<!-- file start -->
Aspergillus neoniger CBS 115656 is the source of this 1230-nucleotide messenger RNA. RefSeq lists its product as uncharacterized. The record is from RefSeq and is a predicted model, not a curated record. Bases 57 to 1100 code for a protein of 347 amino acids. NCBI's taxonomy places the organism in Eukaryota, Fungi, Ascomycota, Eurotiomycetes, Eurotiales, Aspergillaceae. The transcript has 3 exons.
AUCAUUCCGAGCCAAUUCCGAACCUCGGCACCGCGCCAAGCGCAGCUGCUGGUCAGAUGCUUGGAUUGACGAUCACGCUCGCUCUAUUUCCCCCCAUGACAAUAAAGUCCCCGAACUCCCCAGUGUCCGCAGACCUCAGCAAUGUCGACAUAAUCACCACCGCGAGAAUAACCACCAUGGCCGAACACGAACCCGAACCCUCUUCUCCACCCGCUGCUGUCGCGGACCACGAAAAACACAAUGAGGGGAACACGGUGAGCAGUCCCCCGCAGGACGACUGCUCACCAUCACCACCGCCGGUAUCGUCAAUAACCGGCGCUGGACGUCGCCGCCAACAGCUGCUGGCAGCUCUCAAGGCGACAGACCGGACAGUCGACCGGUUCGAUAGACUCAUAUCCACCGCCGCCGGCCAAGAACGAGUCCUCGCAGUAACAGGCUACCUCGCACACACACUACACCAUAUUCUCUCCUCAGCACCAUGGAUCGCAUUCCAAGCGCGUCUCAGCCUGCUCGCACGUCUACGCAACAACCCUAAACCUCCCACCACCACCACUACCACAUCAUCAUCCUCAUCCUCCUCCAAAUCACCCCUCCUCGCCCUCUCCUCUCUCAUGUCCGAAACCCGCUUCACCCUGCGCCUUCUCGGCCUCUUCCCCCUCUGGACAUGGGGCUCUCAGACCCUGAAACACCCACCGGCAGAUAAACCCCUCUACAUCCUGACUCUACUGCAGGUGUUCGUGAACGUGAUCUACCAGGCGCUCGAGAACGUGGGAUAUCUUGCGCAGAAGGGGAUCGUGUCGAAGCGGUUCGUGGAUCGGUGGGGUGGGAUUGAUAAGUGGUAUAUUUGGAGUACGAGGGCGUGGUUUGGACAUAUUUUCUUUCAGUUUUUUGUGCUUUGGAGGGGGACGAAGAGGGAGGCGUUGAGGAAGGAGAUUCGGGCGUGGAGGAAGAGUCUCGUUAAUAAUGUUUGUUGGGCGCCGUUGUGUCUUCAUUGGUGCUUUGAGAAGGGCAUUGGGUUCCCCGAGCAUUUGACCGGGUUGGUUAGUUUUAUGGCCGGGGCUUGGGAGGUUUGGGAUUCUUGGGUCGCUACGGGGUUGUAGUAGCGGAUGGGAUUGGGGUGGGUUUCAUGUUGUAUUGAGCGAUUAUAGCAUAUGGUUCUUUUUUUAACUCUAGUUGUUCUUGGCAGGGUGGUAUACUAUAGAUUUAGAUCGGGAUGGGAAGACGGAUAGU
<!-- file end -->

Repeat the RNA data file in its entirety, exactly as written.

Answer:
Aspergillus neoniger CBS 115656 is the source of this 1230-nucleotide messenger RNA. RefSeq lists its product as uncharacterized. The record is from RefSeq and is a predicted model, not a curated record. Bases 57 to 1100 code for a protein of 347 amino acids. NCBI's taxonomy places the organism in Eukaryota, Fungi, Ascomycota, Eurotiomycetes, Eurotiales, Aspergillaceae. The transcript has 3 exons.
AUCAUUCCGAGCCAAUUCCGAACCUCGGCACCGCGCCAAGCGCAGCUGCUGGUCAGAUGCUUGGAUUGACGAUCACGCUCGCUCUAUUUCCCCCCAUGACAAUAAAGUCCCCGAACUCCCCAGUGUCCGCAGACCUCAGCAAUGUCGACAUAAUCACCACCGCGAGAAUAACCACCAUGGCCGAACACGAACCCGAACCCUCUUCUCCACCCGCUGCUGUCGCGGACCACGAAAAACACAAUGAGGGGAACACGGUGAGCAGUCCCCCGCAGGACGACUGCUCACCAUCACCACCGCCGGUAUCGUCAAUAACCGGCGCUGGACGUCGCCGCCAACAGCUGCUGGCAGCUCUCAAGGCGACAGACCGGACAGUCGACCGGUUCGAUAGACUCAUAUCCACCGCCGCCGGCCAAGAACGAGUCCUCGCAGUAACAGGCUACCUCGCACACACACUACACCAUAUUCUCUCCUCAGCACCAUGGAUCGCAUUCCAAGCGCGUCUCAGCCUGCUCGCACGUCUACGCAACAACCCUAAACCUCCCACCACCACCACUACCACAUCAUCAUCCUCAUCCUCCUCCAAAUCACCCCUCCUCGCCCUCUCCUCUCUCAUGUCCGAAACCCGCUUCACCCUGCGCCUUCUCGGCCUCUUCCCCCUCUGGACAUGGGGCUCUCAGACCCUGAAACACCCACCGGCAGAUAAACCCCUCUACAUCCUGACUCUACUGCAGGUGUUCGUGAACGUGAUCUACCAGGCGCUCGAGAACGUGGGAUAUCUUGCGCAGAAGGGGAUCGUGUCGAAGCGGUUCGUGGAUCGGUGGGGUGGGAUUGAUAAGUGGUAUAUUUGGAGUACGAGGGCGUGGUUUGGACAUAUUUUCUUUCAGUUUUUUGUGCUUUGGAGGGGGACGAAGAGGGAGGCGUUGAGGAAGGAGAUUCGGGCGUGGAGGAAGAGUCUCGUUAAUAAUGUUUGUUGGGCGCCGUUGUGUCUUCAUUGGUGCUUUGAGAAGGGCAUUGGGUUCCCCGAGCAUUUGACCGGGUUGGUUAGUUUUAUGGCCGGGGCUUGGGAGGUUUGGGAUUCUUGGGUCGCUACGGGGUUGUAGUAGCGGAUGGGAUUGGGGUGGGUUUCAUGUUGUAUUGAGCGAUUAUAGCAUAUGGUUCUUUUUUUAACUCUAGUUGUUCUUGGCAGGGUGGUAUACUAUAGAUUUAGAUCGGGAUGGGAAGACGGAUAGU